My name is Len Leatherwood and I am Ray’s sister-in-law and Jim and Kevin’s aunt. Let me say on behalf of our entire family that we appreciate that you are here today to help commemorate the life of our beloved Ray. I am certain everyone in this church has been touched by his amazing spirit and we are grateful that we can come together to pay our collective respects to this wonderful man.
I met Ray when I was nine-years-old, right after he graduated from the University of Colorado as a young engineer and just before he was going to marry my sister, Leslie. I liked his quick smile and gentle manner right away, even though I found his language odd. Growing up in a small Texas town, I had little occasion to hear any accent besides a drawl and I found Ray’s pronunciation of Nevada (long a) versus Nevada (short a) or Colorado (long a) versus Colorado (short a) very strange. Plus, he referred to me as a gal and whenever he was excited he would shout out, “Gad!” or “Egads!” Yes, all of this made my soon-to-be brother-in-law slightly foreign and distinctly unique. Of course, little did I know then exactly how unique Ray would prove to be, or what a profound impact he would have on my life.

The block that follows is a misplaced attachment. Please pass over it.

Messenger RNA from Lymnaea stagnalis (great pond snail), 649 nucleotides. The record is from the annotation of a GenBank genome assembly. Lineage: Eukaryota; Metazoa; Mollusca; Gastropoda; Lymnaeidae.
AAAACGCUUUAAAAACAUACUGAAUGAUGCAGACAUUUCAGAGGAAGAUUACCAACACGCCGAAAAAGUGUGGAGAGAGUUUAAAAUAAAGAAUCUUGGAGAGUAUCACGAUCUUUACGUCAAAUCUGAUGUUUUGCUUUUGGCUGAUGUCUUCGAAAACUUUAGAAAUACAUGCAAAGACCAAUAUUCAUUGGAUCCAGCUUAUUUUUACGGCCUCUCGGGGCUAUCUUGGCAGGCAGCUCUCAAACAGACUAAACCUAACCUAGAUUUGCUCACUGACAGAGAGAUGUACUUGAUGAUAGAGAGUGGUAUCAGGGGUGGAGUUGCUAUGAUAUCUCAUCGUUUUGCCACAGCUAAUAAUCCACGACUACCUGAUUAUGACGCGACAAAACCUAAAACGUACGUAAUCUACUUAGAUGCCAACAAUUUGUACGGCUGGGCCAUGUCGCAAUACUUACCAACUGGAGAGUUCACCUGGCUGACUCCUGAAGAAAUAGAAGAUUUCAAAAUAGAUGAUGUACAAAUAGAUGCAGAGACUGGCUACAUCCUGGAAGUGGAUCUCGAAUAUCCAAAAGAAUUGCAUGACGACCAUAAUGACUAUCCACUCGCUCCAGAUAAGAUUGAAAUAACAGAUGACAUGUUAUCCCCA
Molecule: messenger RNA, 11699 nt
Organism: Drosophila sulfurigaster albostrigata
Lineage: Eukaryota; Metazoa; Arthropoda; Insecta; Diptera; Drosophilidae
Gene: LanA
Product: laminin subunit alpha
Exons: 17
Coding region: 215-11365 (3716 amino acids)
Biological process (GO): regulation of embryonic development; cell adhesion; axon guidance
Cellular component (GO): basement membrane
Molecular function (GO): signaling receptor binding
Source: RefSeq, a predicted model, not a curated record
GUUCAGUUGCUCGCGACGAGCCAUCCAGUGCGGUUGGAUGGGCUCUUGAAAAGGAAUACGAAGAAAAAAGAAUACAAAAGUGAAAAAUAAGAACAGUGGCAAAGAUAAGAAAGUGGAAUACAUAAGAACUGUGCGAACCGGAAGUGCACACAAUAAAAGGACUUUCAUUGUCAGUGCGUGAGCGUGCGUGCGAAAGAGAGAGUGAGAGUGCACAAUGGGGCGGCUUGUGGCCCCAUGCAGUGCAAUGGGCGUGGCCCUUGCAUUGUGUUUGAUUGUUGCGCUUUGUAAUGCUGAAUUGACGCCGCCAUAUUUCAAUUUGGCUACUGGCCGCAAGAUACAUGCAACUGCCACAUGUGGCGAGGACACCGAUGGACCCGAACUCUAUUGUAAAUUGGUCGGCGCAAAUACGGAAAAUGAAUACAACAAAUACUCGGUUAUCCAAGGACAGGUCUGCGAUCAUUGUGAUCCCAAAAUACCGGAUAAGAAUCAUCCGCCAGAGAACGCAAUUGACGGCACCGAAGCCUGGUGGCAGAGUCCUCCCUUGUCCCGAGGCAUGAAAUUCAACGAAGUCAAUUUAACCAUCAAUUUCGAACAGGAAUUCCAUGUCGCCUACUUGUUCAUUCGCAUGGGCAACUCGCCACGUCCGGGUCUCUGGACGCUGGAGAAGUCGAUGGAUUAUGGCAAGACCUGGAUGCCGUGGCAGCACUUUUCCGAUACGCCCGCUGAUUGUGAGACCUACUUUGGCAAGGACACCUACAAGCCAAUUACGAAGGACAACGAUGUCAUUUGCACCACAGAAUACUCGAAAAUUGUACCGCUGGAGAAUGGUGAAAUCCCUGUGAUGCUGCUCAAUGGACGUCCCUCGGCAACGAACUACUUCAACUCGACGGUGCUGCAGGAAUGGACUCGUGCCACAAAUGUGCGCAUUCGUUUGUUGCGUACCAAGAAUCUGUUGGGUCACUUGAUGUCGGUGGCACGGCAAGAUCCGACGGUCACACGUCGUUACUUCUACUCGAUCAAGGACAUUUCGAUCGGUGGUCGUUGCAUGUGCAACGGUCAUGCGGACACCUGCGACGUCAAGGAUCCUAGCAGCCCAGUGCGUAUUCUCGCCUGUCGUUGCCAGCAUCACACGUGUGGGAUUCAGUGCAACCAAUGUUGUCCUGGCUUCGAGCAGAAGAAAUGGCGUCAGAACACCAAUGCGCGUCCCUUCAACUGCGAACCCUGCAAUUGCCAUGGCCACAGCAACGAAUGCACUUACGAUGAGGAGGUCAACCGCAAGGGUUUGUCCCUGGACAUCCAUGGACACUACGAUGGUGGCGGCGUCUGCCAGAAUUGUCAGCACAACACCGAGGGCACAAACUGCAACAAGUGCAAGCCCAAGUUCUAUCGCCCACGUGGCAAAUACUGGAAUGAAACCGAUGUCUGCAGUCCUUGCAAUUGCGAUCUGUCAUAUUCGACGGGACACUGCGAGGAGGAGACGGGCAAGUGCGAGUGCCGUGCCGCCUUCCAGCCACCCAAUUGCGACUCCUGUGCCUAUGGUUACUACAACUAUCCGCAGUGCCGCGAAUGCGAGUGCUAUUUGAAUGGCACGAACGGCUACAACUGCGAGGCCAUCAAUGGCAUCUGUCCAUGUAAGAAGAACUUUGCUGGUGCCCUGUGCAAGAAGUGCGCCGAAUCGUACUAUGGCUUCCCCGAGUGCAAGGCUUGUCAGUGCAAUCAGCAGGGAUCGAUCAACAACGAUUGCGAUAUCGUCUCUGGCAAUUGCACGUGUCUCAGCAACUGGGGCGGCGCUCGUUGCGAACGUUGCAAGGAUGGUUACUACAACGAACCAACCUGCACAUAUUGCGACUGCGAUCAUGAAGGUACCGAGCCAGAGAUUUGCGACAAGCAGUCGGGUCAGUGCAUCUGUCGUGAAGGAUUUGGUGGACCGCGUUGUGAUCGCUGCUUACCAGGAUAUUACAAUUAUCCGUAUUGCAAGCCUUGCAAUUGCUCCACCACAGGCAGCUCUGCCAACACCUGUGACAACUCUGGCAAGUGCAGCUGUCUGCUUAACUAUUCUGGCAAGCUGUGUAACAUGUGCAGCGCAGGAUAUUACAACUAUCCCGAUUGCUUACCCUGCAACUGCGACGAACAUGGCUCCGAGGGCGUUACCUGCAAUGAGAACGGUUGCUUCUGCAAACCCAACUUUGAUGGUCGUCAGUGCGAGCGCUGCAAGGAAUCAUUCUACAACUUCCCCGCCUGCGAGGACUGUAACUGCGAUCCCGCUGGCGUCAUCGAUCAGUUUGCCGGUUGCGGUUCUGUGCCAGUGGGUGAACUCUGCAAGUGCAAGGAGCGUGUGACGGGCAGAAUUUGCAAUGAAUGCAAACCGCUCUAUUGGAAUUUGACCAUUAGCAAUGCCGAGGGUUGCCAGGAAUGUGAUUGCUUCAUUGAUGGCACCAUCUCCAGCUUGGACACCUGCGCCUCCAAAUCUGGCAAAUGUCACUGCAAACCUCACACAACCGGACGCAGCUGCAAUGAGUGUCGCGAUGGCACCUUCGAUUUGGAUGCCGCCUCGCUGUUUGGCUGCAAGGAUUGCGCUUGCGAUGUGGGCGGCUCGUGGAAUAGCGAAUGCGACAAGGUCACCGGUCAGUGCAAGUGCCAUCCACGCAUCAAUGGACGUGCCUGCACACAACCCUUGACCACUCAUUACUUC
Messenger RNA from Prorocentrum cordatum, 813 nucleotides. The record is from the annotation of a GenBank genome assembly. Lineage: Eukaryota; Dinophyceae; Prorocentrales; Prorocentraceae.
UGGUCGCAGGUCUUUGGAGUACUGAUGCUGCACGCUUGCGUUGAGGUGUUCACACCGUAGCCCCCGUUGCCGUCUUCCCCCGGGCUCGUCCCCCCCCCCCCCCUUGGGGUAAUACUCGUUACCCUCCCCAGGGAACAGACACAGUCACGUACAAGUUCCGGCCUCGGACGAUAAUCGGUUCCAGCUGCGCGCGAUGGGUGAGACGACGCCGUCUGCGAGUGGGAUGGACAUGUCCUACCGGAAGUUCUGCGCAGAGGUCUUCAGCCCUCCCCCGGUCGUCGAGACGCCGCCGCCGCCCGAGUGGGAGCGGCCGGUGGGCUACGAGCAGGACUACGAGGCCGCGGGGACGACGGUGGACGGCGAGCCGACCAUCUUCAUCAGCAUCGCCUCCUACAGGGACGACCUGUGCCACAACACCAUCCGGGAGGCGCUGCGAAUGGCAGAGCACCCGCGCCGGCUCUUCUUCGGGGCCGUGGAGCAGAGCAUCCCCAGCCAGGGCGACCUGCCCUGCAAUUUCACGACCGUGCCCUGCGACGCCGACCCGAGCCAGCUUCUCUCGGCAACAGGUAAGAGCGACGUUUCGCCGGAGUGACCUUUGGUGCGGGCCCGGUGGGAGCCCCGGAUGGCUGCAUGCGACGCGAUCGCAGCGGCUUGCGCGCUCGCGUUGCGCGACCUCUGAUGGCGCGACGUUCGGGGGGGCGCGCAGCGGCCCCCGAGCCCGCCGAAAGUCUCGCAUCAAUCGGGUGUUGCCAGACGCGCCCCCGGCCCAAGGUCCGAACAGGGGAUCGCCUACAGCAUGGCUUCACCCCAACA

I was the flower girl when Leslie and Ray got married in an all-white wedding save for a single red rose in the middle of the maid-of-honor’s bouquet. Over the fifty-three years since that event, I have periodically thought of the symbolism of that color scheme. The white for me signifies the goodness of these two wonderful people as well as the kindness that characterized their interactions with others; the red rose seemed to portend the trials each would face in the years to come. And they both did face tribulations.
Leslie and Ray’s marriage lasted only twelve years; however, in that time, they produced and parented two of the loveliest people I will ever know, their daughter and son, Kevin and Jim. Over time, Kevin and Jim have created their own families. Kevin has Scott, her sweet husband and her step-children, Ellery and Derek; and Jim has Karri, his darling wife, and their children, Eli and Sophie, who are two of the brightest and nicest kids on God’s green earth. These people have been the foundation for Ray’s life and he was exceedingly proud of each and every one of them.
Ray’s story has many chapters and is one of transformation. He started out as that earnest young engineer who worked very hard at his job at Chicago Bridge and Iron. For the first ten years of his marriage to Leslie, they moved to a different city every two years for his job. Finally, they settled in Salt Lake City, which was Ray’s home, and he worked at Industrial Supply, the company where his father was president. About this time, his marriage to my sister failed and later he remarried another woman, Mary. He also formed Agutter Engineering, which he headed from 1979 – 1998, at which point he retired. About this same time, unfortunately, his second marriage failed. Also, he had been battling severe mood swings for quite some time and he knew he was in trouble.